Kapurthala, Y’nagar see high blindness rate

NEW DELHI:Punjab’s Kapurthala and Haryana’s Yamunanagar feature among the top 10 districts with the highest rates of blindness among 50 years plus people across the country.

Kapurthala, Y’nagar see high blindness rate

The National Blindness Survey of the government, which covered 93,108 individuals over 50 years in 31 sample districts, puts the estimated prevalence of blindness in this group at a high of 1.99 per cent. iStock

Aditi Tandon
Tribune News Service
New Delhi, October 10

Punjab’s Kapurthala and Haryana’s Yamunanagar feature among the top 10 districts with the highest rates of blindness among 50 years plus people across the country.

The National Blindness Survey of the government, which covered 93,108 individuals over 50 years in 31 sample districts, puts the estimated prevalence of blindness in this group at a high of 1.99 per cent. Severe visual impairment, a shade below blindness, was found to be at a high of 1.96 pc in this group. The survey coinciding with the World Sight Day (October 10) found the prevalence of blindness and visual impairment to be the lowest in Thrissur district of Kerala and Thoubal district of Manipur, respectively.

Bijnor in Uttar Pradesh has the highest prevalence of both blindness and visual impairment anywhere in India at 3.67 pc and above. The corresponding rate of blindness in people over 50 years were 2.21 pc for Kapurthala and 2.18 pc for Yamunanagar, which are in the top 10 districts with blindness rate, higher than the national average of 1.99 pc in the stated age bracket.

Other districts among top 10 with blindness rates over 2 pc are Warangal, Nalbari, Guna, Sikar, Sirohi, Ambedkar Nagar and Banda. Importantly, Kapurthala was also found to be among the top four districts with the highest rates of diabetic retinopathy (over 20 pc) in India, others being Thrissur, North Goa and Virudhunagar.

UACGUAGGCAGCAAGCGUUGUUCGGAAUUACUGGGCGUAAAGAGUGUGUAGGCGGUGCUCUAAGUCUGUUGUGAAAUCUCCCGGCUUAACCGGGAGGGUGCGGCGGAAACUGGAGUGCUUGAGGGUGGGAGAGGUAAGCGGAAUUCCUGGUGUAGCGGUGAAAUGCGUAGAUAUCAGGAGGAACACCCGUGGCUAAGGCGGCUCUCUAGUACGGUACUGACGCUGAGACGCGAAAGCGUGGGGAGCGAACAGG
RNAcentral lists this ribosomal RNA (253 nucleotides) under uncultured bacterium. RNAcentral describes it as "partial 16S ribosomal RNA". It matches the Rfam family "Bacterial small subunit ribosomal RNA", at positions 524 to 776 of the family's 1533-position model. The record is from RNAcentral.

Blindness was higher among illiterates (3.23 pc) compared to literate population and it was only 0.43 pc among 10th pass and above. Also, blindness was more prevalent in rural population compared to urban population—2.14 pc against 1.80 pc.

Conducted by Dr Rajendra Prasad Centre for Ophthalmic Sciences, AIIMS, the national survey shows that cataract is the principal cause of blindness (66.2 pc) and severe visual impairment (80.7 pc).

Uncorrected refractive error was the most important cause of visual impairment and second important cause of blindness in the 2001 survey, but the current survey shows corneal blindness has emerged as the second important cause of blindness, putting refractive error behind.

In an important revelation, the survey says, “The proportion of blindness due to complications of cataract surgery has also increased.”

Affected categories
Age group Prevalence

80-plus 11.6%
70-79 4.1%
60-69 1.6%
50-59 0.5%

Who is blind?

A letter which a normal person can read from a distance of 60 metres, a person with estimated blindness can only read from three metres or less with his better eye. 

Prevalence down in two decades

Occurrence of blindness among 50-plus people is down from 5.3% in 2001 to 3.6% in 2007 and 1.99% currently 

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